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My code was almost finished that a maddening bug came up! When I nullify the last node to finalize the link list , it actually dumps all the links and make the first node link Null ! when i trace it , its working totally fine creating the list in the loop but after the loop is done that happens and it destroys the rest of the link by doing so, and i don't understand why something so obvious is becoming problematic! (last line)

struct poly { public int coef; public int pow; public poly* link;} ;
        poly* start ;
        poly* start2;
        poly* p;
        poly* second;
        poly* result;
        poly* ptr;
        poly* start3;
        poly* q;
        poly* q2;
        private void button1_Click(object sender, EventArgs e)
        {
            string holder = "";
            IntPtr newP = Marshal.AllocHGlobal(sizeof(poly));
            q = (poly*)newP.ToPointer();
            start = q;
            int i = 0;
            while (this.textBox1.Text[i] != ',')
            {
                holder += this.textBox1.Text[i];
                i++;
            }
            q->coef = int.Parse(holder);
            i++;
            holder = "";
            while (this.textBox1.Text[i] != ';')
            {
                holder += this.textBox1.Text[i];
                i++;
            }
            q->pow = int.Parse(holder);
            holder = "";
            p = start;
            //creation of the first node finished!
            i++;
            for (; i < this.textBox1.Text.Length; i++)
            {
                newP = Marshal.AllocHGlobal(sizeof(poly));
                poly* test = (poly*)newP.ToPointer();
                while (this.textBox1.Text[i] != ',')
                {
                    holder += this.textBox1.Text[i];
                    i++;
                }
                test->coef = int.Parse(holder);
                holder = "";
                i++;

                while (this.textBox1.Text[i] != ';' && i < this.textBox1.Text.Length - 1)
                {
                    holder += this.textBox1.Text[i];
                    if (i < this.textBox1.Text.Length - 1)
                        i++;
                }
                test->pow = int.Parse(holder);
                holder = "";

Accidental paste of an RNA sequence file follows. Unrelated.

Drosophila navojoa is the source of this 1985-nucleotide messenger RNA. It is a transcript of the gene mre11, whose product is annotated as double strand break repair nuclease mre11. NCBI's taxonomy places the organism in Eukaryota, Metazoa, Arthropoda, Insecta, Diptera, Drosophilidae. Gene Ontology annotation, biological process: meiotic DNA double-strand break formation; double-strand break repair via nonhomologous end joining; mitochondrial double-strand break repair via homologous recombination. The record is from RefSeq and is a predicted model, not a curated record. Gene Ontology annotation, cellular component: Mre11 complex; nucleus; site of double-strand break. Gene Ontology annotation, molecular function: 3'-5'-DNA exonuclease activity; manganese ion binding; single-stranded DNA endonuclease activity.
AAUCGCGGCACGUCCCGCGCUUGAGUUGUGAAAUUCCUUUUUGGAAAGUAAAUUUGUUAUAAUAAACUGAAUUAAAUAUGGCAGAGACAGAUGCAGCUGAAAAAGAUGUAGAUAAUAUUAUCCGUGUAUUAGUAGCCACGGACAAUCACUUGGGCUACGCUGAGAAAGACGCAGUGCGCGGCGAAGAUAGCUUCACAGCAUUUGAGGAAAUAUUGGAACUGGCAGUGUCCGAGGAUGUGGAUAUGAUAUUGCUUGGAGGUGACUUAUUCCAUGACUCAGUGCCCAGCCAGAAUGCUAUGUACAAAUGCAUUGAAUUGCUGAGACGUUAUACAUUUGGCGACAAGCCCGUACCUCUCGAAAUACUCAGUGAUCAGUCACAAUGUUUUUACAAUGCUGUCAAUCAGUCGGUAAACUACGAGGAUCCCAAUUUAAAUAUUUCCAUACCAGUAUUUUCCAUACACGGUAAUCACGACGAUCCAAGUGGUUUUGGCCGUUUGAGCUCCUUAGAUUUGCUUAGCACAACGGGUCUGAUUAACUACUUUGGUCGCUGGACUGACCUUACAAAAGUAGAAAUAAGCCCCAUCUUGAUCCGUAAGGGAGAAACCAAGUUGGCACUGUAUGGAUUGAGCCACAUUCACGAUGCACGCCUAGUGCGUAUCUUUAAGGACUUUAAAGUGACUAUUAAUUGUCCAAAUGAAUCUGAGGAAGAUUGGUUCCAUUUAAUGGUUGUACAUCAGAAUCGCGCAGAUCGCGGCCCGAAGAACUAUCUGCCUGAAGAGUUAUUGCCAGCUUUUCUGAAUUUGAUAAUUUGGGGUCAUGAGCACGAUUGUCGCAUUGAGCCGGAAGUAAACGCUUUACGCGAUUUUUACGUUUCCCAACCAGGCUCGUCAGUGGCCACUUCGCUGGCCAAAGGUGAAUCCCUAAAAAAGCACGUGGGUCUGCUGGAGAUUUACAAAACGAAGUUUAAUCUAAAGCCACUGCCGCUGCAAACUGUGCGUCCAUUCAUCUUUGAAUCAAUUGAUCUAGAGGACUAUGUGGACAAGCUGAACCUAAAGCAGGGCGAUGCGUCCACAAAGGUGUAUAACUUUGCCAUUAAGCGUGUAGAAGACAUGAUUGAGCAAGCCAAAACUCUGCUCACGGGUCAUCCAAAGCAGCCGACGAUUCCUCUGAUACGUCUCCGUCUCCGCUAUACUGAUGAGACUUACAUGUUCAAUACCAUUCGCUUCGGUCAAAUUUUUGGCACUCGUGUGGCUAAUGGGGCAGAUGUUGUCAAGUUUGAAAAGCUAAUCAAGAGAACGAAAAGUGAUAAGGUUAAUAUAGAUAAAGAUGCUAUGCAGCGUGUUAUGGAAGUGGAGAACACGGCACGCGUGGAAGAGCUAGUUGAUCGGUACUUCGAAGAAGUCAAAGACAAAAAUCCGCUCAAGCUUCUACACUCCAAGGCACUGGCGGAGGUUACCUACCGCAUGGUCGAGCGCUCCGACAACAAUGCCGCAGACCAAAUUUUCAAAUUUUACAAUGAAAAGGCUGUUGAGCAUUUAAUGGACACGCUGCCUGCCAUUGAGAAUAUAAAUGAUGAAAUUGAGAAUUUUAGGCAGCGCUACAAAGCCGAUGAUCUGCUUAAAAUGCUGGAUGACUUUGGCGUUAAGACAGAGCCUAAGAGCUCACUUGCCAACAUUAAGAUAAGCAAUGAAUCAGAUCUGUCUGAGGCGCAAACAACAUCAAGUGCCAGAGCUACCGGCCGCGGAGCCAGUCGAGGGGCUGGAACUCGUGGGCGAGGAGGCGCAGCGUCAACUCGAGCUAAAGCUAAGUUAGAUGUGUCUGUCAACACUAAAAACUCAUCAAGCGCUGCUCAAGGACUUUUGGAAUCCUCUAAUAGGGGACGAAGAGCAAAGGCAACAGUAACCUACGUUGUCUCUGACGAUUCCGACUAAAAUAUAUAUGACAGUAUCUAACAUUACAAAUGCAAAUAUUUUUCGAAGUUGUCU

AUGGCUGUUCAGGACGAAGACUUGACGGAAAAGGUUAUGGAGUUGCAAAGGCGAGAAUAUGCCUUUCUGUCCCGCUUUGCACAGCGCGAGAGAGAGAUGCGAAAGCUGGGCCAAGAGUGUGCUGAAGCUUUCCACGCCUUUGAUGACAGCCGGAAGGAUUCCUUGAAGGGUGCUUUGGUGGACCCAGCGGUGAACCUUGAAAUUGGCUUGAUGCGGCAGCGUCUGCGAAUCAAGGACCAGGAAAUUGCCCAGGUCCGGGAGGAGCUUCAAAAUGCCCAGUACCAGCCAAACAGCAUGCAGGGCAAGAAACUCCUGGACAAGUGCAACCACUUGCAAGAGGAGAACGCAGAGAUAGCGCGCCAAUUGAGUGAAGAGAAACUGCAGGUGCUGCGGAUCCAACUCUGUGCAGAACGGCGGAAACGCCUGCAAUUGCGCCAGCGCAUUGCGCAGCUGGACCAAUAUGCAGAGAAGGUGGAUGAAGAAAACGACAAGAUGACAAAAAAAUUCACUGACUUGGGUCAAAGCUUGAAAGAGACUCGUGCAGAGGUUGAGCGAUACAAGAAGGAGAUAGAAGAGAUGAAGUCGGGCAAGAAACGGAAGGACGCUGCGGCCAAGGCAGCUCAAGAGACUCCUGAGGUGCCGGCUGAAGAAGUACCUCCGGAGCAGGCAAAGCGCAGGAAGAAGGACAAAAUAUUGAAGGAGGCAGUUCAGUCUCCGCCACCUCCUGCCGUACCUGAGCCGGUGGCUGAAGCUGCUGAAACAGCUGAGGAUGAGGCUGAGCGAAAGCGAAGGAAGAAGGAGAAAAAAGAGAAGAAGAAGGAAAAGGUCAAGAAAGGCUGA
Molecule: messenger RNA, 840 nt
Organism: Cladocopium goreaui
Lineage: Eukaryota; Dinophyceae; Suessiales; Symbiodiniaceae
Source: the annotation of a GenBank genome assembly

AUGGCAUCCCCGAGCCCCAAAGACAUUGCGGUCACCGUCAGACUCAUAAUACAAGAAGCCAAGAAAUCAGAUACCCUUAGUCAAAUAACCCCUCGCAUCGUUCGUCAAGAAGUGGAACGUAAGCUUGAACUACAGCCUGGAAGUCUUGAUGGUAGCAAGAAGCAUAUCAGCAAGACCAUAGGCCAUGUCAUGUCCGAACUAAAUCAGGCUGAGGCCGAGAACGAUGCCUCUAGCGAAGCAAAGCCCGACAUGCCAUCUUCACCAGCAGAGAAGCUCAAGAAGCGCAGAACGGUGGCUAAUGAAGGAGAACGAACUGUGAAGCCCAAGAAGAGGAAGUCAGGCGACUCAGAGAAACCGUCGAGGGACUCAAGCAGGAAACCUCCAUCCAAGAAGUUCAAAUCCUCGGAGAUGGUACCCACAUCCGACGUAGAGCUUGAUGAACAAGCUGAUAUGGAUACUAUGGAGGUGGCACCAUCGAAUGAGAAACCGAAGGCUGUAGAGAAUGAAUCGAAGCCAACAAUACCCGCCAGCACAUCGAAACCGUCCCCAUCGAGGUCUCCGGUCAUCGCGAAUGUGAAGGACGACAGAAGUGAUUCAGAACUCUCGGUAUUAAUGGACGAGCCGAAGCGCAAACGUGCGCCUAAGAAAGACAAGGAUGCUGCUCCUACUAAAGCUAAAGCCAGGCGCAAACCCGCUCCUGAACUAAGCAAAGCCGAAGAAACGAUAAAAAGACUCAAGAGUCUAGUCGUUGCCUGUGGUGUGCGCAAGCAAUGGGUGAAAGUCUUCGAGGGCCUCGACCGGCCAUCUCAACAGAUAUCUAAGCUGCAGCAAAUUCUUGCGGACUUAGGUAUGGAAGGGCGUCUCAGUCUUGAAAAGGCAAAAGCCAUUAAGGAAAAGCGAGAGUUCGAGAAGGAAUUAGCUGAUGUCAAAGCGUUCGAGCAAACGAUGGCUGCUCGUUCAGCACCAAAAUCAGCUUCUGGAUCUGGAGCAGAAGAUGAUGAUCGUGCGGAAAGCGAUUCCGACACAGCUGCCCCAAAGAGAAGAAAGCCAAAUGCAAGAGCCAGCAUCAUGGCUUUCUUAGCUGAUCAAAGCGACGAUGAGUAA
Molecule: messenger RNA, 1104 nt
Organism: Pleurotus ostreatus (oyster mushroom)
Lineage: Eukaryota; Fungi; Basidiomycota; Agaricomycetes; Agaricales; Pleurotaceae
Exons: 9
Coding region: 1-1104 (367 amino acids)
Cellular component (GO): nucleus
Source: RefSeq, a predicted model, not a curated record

p->link = test;    //the addresses are correct and the list is complete
            }
            p->link = null;        //only the first node exists now with a null link!
}
share|improve this question
4  
Why are you using unsafe code for this? – ChaosPandion May 18 '10 at 19:34
2  
Why are you using pointers at all? – sepp2k May 18 '10 at 19:43
5  
you don't need pointers to build a linked list in C# – Ion Todirel May 18 '10 at 19:44
2  
@Yasin: No, it doesn't require pointers. You need pointers when you need to do pointer arithmetic. For everything else normal references work just fine. Unless the assignment explicitly says to use structs and pointers, I highly recommend you turn poly into a class (i.e. reference type) and stop using pointers. This will clean up your code a lot. – sepp2k May 18 '10 at 19:51
3  
There is not a single reason, even academic, to use unsafe pointers to a struct in C#. – user7116 May 18 '10 at 20:10
up vote 7 down vote accepted

p always holds reference to the first element, so yes, p->link = null; does exactly what you said. It seems to me that you wanted something like this :

    ...
    p->link = test;
    p = test;
    ....

Edit :

Proof of concept

public unsafe struct poly { public int coef; public int pow; public poly* link; }

public unsafe class Program
{
    static void Main(string[] args)
    {            
        poly* temp1, temp2, start =
            (poly*)Marshal.AllocHGlobal(sizeof(poly)).ToPointer();
        start->coef = 0;
        start->pow = 0;
        temp1 = start;
        for (int i = 1; i < 10; i++)
        {
            temp2 = (poly*)Marshal.AllocHGlobal(sizeof(poly)).ToPointer();
            temp2->coef = i;
            temp2->pow = i;
            temp1->link = temp2;
            temp1 = temp2;
        }
        temp1->link = null;
        temp1 = start;

        while (temp1 != null)
        {
            Console.WriteLine(
                string.Format(
                    "eoef:{0}, pow:{1}", 
                    temp1->coef, 
                    temp1->pow));
            temp1 = temp1->link;
        }
    }
}
share|improve this answer
    
what about the null link of the last node ?! how does this take care of that ? – Yasin May 18 '10 at 19:52